Thursday, July 21, 2005

India: Arrogant and Clueless

Indian State Minister for External Affairs, Rao Inderjit Singh, arrives in Kathmandu and immediately bribes officials by offering a new Pajero to anyone who will support India's bid for the UNSC . (KOL photo)

On the same day that Girija vowed there would be no compromise with the Monarchy, and on the heels of India's endorsement of the 7-parties's political platform, India has the unmitigated gall to ask for Nepal's support in its bid to gain a permanent seat on the UN Security Council.

This is the penultimate display of Indian political philosophy. Play both sides of an issue at once and see which angle affords the most gain. Throw your support behind a corrupt old fossil like Girija while tacitly acknowledging that the legitimate current government of Nepal rests with the King.

India wants this Security Council seat badly; and as we often see, Indian greed trumps all other issues.One of our readers here at blogdai suggested that G. extort every bit of aid and compromise he can from India as the price of his endorsement. Blogdai says, go for it. This is a once-in-a-lifetime chance for Nepal to see India groveling, hat-in-hand, at its doorstep.

Without even a hint of irony, The Statesman, India's biased and nationalistic mouthpiece which broke the story of India's plan, publishes, in the same issue, a gushing and ridiculous fluff fantasy on the heroism of Girija--claiming that the old crook is the only chance to save Nepal.

This is India mocking Nepal to the highest degree. Do they think Nepalis would simply forget India's arrogant and aloof behavior of the the last 10 years and simply bow down to "big brother?" Also, is it me or is anyone else out their having trouble recalling an example of Girija "saving Nepal" during the last 10 years?


Girija's vow:
India visit:
Girija fluff article:


At 7:27 PM, July 26, 2005, Anonymous Political Kanchha said...


Your views on India are quite biased. Being a Nepali, I do not admire India either, but it is important not let your feelings affect your reporting (including opinions).

Every country is looking out for its own interests. We can only expect india to do the same. Yes, India is the big bully of our neighborhood. But do you see any country with India's might not exercising its muscles for its vested interests?

India will deal with the devil (if it has to) to ensure that it gets a permanent seat in the UNSC.

I completely agree with your stance that the king should get as many bullets as he can so our army can pump them into the zealots running around our country trying to implement philosophies that rot in the dustbin of history.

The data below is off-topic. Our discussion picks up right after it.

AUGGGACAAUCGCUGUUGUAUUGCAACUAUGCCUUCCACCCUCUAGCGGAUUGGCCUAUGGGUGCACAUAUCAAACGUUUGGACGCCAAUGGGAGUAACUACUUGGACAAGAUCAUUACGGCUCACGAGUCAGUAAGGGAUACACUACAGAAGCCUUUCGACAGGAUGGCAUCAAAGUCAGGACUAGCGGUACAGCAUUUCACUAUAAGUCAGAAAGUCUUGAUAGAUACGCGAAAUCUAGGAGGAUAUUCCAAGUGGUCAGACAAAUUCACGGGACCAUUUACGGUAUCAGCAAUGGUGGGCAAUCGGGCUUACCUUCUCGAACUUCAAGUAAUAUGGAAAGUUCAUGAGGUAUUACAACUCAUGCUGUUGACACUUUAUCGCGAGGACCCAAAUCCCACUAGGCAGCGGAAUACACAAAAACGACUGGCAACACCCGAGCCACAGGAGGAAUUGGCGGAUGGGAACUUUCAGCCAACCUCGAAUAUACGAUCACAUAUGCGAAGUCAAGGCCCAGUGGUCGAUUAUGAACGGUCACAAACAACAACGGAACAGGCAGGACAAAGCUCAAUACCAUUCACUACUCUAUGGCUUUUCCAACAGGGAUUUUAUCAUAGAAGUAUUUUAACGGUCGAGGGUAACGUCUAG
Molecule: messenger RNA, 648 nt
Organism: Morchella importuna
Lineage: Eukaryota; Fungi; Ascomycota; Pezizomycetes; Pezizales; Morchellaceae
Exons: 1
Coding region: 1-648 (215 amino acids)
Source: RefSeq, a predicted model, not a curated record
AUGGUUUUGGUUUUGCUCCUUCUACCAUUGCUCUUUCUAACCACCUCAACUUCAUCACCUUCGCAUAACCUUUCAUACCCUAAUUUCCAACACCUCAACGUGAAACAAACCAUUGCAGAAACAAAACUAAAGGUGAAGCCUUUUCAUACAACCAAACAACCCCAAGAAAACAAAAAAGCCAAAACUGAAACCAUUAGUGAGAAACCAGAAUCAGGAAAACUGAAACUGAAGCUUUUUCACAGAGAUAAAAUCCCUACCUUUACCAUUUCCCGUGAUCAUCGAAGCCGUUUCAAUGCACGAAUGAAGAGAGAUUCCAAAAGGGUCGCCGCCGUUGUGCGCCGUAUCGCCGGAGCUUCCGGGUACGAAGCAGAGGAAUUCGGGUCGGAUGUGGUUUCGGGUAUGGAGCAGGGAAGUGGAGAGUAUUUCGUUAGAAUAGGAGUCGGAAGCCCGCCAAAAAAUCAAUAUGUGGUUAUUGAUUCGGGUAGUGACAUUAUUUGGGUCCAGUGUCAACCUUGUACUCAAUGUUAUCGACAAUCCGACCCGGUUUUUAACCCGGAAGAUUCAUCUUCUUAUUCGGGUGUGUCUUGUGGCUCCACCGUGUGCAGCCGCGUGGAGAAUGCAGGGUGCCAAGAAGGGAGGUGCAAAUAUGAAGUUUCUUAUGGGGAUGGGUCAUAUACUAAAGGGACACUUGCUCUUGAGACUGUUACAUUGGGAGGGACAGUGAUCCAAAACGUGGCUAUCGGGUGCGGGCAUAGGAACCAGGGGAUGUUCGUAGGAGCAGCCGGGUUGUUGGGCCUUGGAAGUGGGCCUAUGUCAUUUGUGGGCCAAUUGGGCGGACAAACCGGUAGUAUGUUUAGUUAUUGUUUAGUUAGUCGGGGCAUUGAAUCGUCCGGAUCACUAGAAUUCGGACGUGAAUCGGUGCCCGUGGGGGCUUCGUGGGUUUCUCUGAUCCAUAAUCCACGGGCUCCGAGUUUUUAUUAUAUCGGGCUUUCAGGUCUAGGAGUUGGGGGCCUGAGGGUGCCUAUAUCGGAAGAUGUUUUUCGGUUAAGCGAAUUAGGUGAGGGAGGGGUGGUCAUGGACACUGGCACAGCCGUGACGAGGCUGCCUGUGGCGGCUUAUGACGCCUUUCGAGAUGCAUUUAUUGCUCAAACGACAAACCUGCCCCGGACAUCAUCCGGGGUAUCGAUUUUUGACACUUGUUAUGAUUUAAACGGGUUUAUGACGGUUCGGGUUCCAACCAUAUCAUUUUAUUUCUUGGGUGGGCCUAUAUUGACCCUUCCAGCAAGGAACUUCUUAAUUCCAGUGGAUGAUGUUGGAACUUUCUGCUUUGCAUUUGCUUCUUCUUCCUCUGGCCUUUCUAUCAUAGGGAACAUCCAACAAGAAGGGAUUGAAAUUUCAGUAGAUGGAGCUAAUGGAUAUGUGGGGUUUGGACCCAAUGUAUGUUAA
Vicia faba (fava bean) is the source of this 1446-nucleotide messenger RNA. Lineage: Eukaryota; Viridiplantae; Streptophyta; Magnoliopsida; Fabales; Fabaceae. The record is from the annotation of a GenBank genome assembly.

At 10:11 PM, July 26, 2005, Blogger blogdai said...

We can expect India to do the same, yes, but as Nepal and world citizens, does it mean that we should remain quiet?

Everything you say is correct in my opinion; but in order to change India's approach to Nepal, perhaps we should move from accepting their actions towards outright challenge of their supremacy if we ever hope to jog-loose the status quo.


At 12:37 AM, November 25, 2007, Anonymous Anonymous said...

both your comments are dated.and do not bash india for everything happening in nepal.

At 10:18 AM, November 25, 2007, Blogger blogdai said...

Of course they are dated you stupid moron, the article was written over 2 years ago, idiot!

don't bash India or what? What will you do, protest by having 10 more children? Teach them to beg so you might have enough extra money to afford some comprehension.

Crawl back into your little Delhi hell-hole until you recover from your Pan stupor.


At 10:56 AM, April 22, 2008, Anonymous Anonymous said...

Your hostility to India is unfounded. I have always wondered why people from Bangladesh, Nepal etc feel this sense of being bullied ? I mean considering their circumstances, they have it very easy with a neighbor like India. Just look at other big nations and their neighbours. Take America for example, every single American looks at Mexicans with suspicion and loathing. Mexicans arent allowed free travel and are even shot if they illegally cross the border. Now take China, all their neighbors have been attacked and/or extorted them. They have no friendly neighbors.

India on the other hand for its part has always treated the Nepali people with a LOT of benevolence compared to other countries. Free travel was possible a till a few years ago. Thousands of Nepali's work in India, without restriction and Nepal has enjoyed a lot of support in the world thanks to Indian help. India even didnt oppose overtly or covertly the Maoist uprising in Nepal despite it being against India's interests because we saw it as the internal affairs of Nepal. Yet you people have so much resentment. It is surprising.
After all the most India can ask from Nepal would be its vote now and then, or its help in tracking down some terrorists. Things which any nation where we even have cordial relations, is it too much to ask from people we consider friends ?